**From isotope mixing model & flux model**

The Deconvolution Problem Plant water uptake Soil respiration What are ω, a1, m1, a2, m2? What is i? Thus, the goal in both of these problems is to estimate the unknown quantities and parameters including the gamma mixture parameters omega, alpha1, mu1, alpha2, mu2, and the source- or substrate-specific respiration parameters as depicted by theta i. Once we know these parameters, they will tell us the active root area profile, with will give up the water uptake profile, which will ultimate tell us the fractional contributions of the different soil depths to plant water uptake. Likewise, once we know theta, then we have an estimate of the mass-specific repiration rates, which gives us total soil respiration, both of which tell use the fractional contribution of different sources and soil layers to total soil respiration. We get estimates of these parameter by fitting field data to the isotope mixing and flux models that I described in the previous slides. In particular, a simple example is to assume that the observed stem signatures, soil CO2 signature and total soil respiration data come from normal distributions whose means are defined by the isotope mixing models and the flux models. From isotope mixing model & flux model Likelihood of data

79
**Types of data provides by sensor networks**

high-frequency tunable diode laser (TDL) measurement of the stable isotope eddy covariance for measuring concentrations and fluxes of gases (e.g., water vapor and CO2) soil environmental data: temperature, water content, water potential, etc. micro-met data: air temp, RH, vpd, light, wind speed, etc. plant ecophys/ecosystem data: sapflux, ET, albedo & reflectance

80
**data-model integration**

Key components Data I am employing an integrative approach in developing the mechanistic framework and for addressing important and interesting ecological questions. A key element of my appraoch is the strong integration of data and models. I incorporate as much information as possible by conducting targeted field experiments and using large databases and existing data from the literature. I develop and employ mathematic and simulation models that explicitly translate what I see are the key ecological processes associated with a particular problem into a series of equations. Importantly, I use the models as a way to analyze the disparate data sources, and I couple the models and data via statitical modeling methods. I tend to use Bayesian approaches because they are particularly appealing for merging large datasets from diverse sources with process-based models because they are relatively straightforward to implement and can easily accommodate prior information such as that from the literature. This integrative approach greatly helps to tease apart complicated plant-environment interactions and facilitates linking processes operating at different scales. P(q | X ) q Process models Statistical tools data-model integration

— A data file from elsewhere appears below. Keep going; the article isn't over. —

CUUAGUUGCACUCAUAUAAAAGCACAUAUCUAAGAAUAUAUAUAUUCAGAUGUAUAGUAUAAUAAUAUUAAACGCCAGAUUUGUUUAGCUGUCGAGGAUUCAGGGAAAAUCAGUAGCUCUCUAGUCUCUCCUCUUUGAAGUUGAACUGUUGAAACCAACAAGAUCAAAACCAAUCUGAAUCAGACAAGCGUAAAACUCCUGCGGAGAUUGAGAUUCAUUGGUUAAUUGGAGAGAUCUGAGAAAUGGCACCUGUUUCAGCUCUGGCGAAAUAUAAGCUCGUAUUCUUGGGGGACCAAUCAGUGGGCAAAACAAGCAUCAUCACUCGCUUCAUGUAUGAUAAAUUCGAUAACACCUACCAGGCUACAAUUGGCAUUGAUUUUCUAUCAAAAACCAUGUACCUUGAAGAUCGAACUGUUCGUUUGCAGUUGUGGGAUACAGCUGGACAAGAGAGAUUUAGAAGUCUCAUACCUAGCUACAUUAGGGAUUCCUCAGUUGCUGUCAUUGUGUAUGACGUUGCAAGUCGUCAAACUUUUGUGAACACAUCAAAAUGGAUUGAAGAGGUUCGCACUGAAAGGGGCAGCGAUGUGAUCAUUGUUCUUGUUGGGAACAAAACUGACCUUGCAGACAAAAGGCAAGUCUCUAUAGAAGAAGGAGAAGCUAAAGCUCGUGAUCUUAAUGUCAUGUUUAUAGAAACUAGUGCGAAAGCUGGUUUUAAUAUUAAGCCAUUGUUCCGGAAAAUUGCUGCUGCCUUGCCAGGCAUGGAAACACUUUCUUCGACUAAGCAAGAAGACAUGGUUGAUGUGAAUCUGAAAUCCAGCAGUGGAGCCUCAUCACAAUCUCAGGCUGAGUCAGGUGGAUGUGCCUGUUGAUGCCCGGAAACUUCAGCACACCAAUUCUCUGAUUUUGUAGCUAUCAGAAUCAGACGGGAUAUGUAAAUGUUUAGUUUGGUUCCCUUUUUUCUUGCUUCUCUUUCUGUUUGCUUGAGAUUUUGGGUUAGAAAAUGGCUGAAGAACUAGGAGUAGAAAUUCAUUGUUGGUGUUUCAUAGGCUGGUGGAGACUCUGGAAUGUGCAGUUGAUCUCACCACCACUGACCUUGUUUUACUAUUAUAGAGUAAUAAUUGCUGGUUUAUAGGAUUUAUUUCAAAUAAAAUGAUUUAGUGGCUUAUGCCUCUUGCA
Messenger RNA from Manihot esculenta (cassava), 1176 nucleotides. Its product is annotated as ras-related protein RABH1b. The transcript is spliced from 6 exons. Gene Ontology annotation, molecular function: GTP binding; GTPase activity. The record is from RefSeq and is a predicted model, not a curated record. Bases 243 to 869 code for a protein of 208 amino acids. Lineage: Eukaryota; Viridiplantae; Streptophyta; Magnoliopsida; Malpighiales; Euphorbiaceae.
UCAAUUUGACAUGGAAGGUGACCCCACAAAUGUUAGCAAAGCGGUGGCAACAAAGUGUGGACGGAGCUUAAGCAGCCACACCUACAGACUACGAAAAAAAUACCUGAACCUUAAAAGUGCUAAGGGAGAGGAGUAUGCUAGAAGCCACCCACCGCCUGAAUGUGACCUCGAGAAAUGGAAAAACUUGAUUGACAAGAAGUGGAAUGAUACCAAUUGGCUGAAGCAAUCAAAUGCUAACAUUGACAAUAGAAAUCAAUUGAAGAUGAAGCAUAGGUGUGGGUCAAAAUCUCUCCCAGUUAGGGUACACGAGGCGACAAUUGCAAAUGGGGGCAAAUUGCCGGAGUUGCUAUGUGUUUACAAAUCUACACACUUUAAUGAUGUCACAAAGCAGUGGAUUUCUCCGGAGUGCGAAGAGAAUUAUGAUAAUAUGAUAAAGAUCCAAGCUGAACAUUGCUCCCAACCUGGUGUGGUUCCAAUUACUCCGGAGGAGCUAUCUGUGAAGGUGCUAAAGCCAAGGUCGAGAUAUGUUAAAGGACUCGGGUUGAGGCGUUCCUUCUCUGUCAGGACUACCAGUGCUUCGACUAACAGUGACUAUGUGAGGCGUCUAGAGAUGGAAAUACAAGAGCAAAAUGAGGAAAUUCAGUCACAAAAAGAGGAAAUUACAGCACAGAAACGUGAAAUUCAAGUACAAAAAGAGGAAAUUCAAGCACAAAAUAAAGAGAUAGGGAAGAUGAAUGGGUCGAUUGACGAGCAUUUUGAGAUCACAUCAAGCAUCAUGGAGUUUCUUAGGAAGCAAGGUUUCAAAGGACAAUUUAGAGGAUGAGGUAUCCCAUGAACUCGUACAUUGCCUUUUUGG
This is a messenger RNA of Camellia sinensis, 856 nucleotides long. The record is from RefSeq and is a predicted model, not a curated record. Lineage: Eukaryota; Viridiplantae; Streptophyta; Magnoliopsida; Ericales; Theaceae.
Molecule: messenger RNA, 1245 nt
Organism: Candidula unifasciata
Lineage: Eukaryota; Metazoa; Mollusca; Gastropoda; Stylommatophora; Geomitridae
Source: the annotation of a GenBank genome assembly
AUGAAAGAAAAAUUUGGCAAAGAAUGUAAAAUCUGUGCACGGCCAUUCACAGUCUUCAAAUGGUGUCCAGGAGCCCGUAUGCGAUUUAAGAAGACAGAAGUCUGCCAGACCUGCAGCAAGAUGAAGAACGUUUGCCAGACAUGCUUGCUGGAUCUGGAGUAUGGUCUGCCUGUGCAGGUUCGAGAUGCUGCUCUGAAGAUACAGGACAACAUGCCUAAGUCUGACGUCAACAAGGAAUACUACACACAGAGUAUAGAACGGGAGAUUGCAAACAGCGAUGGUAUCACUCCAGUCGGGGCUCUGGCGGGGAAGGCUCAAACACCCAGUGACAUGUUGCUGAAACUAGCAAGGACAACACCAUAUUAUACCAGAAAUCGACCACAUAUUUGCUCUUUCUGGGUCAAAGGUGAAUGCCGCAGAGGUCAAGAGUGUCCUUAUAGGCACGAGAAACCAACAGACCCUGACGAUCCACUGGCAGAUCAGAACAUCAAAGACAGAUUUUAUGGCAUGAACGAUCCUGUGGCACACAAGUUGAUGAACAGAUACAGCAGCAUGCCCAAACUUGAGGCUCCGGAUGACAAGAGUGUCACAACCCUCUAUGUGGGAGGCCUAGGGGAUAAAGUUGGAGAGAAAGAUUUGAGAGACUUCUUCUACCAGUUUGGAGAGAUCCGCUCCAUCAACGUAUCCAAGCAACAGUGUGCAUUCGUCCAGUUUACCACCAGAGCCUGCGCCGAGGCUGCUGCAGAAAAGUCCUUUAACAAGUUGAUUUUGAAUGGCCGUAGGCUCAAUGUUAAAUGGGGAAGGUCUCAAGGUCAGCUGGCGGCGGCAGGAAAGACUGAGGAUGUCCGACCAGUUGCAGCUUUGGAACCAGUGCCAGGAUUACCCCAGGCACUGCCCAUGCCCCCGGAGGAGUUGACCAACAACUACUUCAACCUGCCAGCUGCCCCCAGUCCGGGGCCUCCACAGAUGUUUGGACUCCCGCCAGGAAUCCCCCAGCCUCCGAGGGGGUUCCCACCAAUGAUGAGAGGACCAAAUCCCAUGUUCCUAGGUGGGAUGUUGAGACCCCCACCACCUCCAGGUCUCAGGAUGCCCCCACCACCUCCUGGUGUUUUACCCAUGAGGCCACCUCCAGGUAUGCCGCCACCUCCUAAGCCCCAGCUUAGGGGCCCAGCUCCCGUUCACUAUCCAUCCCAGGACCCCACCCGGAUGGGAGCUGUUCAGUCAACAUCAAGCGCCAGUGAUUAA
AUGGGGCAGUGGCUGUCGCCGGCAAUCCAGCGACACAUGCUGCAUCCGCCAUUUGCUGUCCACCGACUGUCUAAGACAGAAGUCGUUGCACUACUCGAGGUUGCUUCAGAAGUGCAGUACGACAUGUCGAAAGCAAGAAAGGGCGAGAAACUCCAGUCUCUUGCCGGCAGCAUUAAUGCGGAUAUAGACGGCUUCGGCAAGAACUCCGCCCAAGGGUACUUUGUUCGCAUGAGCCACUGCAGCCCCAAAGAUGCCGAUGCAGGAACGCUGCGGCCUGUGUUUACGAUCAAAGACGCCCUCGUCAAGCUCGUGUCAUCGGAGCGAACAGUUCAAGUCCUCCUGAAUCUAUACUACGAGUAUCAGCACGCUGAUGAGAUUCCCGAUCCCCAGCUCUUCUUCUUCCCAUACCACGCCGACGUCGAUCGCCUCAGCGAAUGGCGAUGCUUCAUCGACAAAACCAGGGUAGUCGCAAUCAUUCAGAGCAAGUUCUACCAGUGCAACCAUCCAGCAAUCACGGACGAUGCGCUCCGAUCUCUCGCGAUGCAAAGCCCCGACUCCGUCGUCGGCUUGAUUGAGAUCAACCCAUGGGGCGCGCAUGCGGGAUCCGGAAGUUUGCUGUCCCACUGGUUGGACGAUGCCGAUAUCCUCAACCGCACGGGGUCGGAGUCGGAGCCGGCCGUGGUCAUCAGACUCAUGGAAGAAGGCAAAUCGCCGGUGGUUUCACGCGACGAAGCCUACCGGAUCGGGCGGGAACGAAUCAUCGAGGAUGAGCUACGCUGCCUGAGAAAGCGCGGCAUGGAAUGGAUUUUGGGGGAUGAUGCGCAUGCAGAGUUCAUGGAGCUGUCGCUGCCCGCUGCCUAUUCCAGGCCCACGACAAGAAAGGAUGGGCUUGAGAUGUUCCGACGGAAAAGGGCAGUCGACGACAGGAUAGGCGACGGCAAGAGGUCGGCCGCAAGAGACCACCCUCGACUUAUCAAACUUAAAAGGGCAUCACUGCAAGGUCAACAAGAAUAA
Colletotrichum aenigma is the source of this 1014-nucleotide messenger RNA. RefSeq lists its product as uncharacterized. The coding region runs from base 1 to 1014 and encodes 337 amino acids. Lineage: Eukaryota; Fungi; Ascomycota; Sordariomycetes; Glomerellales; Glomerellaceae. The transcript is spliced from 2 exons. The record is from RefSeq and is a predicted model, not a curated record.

81
**The Process Model Conceptual models: Model formulation:**

Systems diagrams Graphical models Model formulation: Explicit, mathematical eqn’s Systems equations State-space equations Observations of real system Conceptual model Mathematical model Analytical output “Compare” Observational data Simulation model Numerical/ simulation output

82
**Examples Presented Today**

Deterministic Stochastic Compartment models (differential or difference equn’s) Matrix models Reductionist models (include lots of details & components) Holistic models (use general principles) Static models Dynamic models (implicit dependence on time) Distributed models (implicit dependence on space & time) Lumped models Linear models Nonlinear models Causal/mechanistic models Black box models Analytical models Numerical/simulation models Jorgensen (1986) Fundamentals of Ecological Modelling. 389 pp. Elsevier, Amsterdam.

83
**Data Model (Likelihood)**

Likelihood components Assuming conditional independence, likelihood of all data is: